Here are three things the National Federation can do to stoke those embers and turn them into flames:

I don't know the future of the National Federation, but I do know the significance that this tiny organization brought to the children's mental health world. We would not be using the language of "family-driven" were it not for the Federation. Without the Federation keeping professionals honest, the early pioneering days of parent-professional partnership efforts would have fizzled or would have morphed into the type of condescending, co-opted partnerships that have defined the type of parent-professional collaboration that we, unfortunately, are beginning to see more and more of.

Changing minds and hearts about what it means to be family driven, what it means to advocate fully on behalf of children with mental health challenges and their families is not a "one and done" deal. It is a grind, and when you let up, the inevitable inertia and gravitational pull towards professional domination sets in. We are seeing that right now, most glaringly in discussions in Congress about mental health reform. The voice of the families the Federation represented for decades is but a mere whisper.

To the Board and staff of the National Federation - You know I love you and yes, I am a bit strident in this Morning Zen post. But the time is now for all of us to be a bit strident. I both applaud you and challenge you to face head-on the decisions you must make about the organization we all hold so close to our hearts. Advocacy first, pure and simple. The fancy offices, caché of Washington, DC, are but mere traps, subtly designed to water down your message as others siphon off your power. Change your look if that is what must happen. Change your address if that is what is needed. But don't change what birthed the organization - fierceness, clarity of vision, and a true understanding of the power of family voice.

 *   *   *   *   *   *    *   *   *


Scott Bryant-Comstock
President & CEO
Children's Mental Health Network

Scroll to the bottom of the page to leave a comment


  1. Patti Derr's avatar
    Patti Derr
    | Permalink
    I watch our 25 year old vision and values that was our foundation become a mere ghost. What we are blindly accepting is not acceptable ...... Where is the national training for families and youth in Wraparound? There is nothing promoting consistency nor a process for constructive comment. I hear FSP's say things like "my boss won't let me or I can't tell the family ... ". What happened to our push for contracting with family run organizations rather than the fox OWNING the henhouse. All too often, our voices have been sold, co-opted and weakened by subpar certifications that have no more value than paper and ink.(Not speaking of all but most often those that are not family operated). FYI, Hiring a parent does not equal family-driven.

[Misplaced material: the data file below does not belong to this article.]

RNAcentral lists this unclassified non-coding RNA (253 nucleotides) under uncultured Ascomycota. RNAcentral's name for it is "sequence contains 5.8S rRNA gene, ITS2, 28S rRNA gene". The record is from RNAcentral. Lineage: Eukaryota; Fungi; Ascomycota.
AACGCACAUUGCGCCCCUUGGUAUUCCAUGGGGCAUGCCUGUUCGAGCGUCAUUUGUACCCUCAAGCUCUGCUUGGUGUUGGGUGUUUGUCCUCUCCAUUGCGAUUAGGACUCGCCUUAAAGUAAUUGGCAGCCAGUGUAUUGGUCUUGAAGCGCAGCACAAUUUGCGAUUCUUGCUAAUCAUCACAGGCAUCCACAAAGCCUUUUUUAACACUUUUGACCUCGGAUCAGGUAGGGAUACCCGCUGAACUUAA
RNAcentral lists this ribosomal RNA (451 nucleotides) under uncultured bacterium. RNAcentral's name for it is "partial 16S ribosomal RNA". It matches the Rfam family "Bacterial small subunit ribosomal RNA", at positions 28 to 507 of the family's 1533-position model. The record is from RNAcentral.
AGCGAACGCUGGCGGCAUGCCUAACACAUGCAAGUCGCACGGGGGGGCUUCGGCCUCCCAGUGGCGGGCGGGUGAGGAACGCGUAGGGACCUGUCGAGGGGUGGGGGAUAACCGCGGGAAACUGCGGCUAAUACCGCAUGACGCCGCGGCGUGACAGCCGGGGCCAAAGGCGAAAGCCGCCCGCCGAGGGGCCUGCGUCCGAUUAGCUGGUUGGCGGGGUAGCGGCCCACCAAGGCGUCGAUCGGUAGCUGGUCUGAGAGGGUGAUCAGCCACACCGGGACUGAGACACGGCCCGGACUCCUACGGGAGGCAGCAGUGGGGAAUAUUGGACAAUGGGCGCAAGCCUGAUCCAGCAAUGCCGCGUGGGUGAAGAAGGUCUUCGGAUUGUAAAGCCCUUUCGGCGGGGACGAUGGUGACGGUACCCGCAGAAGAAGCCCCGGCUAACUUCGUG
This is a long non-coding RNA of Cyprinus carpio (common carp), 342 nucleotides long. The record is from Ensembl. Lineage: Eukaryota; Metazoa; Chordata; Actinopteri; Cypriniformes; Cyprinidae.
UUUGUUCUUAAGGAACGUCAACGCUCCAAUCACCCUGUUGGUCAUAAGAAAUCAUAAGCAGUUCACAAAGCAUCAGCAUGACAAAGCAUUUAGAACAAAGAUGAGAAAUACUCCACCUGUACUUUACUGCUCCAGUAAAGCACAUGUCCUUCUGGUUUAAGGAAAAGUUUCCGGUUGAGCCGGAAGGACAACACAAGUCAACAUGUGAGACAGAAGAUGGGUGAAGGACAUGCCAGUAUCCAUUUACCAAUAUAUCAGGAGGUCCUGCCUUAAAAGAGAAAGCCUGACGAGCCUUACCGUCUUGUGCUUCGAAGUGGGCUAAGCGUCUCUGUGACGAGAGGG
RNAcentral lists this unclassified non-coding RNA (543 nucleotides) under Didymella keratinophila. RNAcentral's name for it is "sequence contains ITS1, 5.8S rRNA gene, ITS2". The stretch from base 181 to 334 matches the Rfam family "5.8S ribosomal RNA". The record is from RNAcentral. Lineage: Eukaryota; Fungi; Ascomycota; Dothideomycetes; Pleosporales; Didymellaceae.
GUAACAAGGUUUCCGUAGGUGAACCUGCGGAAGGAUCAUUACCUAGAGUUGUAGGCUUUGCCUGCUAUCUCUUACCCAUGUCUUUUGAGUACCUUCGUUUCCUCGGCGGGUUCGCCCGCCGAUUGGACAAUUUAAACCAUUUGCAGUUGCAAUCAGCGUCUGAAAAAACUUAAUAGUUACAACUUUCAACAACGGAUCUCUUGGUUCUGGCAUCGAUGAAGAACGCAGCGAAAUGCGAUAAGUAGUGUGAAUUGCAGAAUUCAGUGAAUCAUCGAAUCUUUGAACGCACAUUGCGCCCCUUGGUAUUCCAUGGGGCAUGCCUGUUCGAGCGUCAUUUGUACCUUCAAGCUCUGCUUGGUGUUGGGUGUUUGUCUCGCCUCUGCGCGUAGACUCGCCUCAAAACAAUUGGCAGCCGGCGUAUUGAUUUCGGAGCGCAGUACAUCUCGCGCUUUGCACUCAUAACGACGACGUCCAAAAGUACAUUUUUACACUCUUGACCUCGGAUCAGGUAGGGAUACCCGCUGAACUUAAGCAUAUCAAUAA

I've grown weary of speakers at OUR conference who know little of our organization. I want to see keynotes from Karl and Ira! What they envisioned and passionate ideas for getting us back on track! With follow-up sessions (for those elders that sit in the hallway) to bring our voices back and stronger than ever!

    We don't need Rockstars, we need sound, passionate, dedicated family leaders who understand that each family is important. We are not their judge but their partner at whatever capacity.

    We must design our message with fervent intent. Bring back families as Allies and Scott's training, for we have fallen way too far from the Path and we have shorted those families who have come behind us.
  2. Cherie Cruz's avatar
    Cherie Cruz
    | Permalink
    I want to thank you Scott for providing your thoughts and insights, great read! As a "current parent" of children with emotional and behavioral health challenges I find that many of the voices are voices of the past. Parents or caregivers from literally the 80's. When you ask where that fire is, I say it is also here in those parents living with this today and everyday currently struggling. I have seen one area that the family run orgs struggle with, particularly in my own state, that is succession. Succession, Succession, Succession. Just as transparency is so important to families, building the next family and youth leaders, and cultivating that voice is equally important. How does one get excited or reinvigorated when the same leaders who started the movement from the 80's are telling the same stories of their struggles with the supports and services they had needed to bring about change for the families of today? I personally am grateful for them paving the way and sharing their stories which helped to provide strength and hope in others including myself. History is so important, what is also important is making way for new family voices, cultivating those voices and supporting them into leadership and advocacy roles. There are strength in numbers, please grow our numbers by allowing others the opportunity to share our stories and grow as leaders along side the leaders of the movement from the 80's and 90's.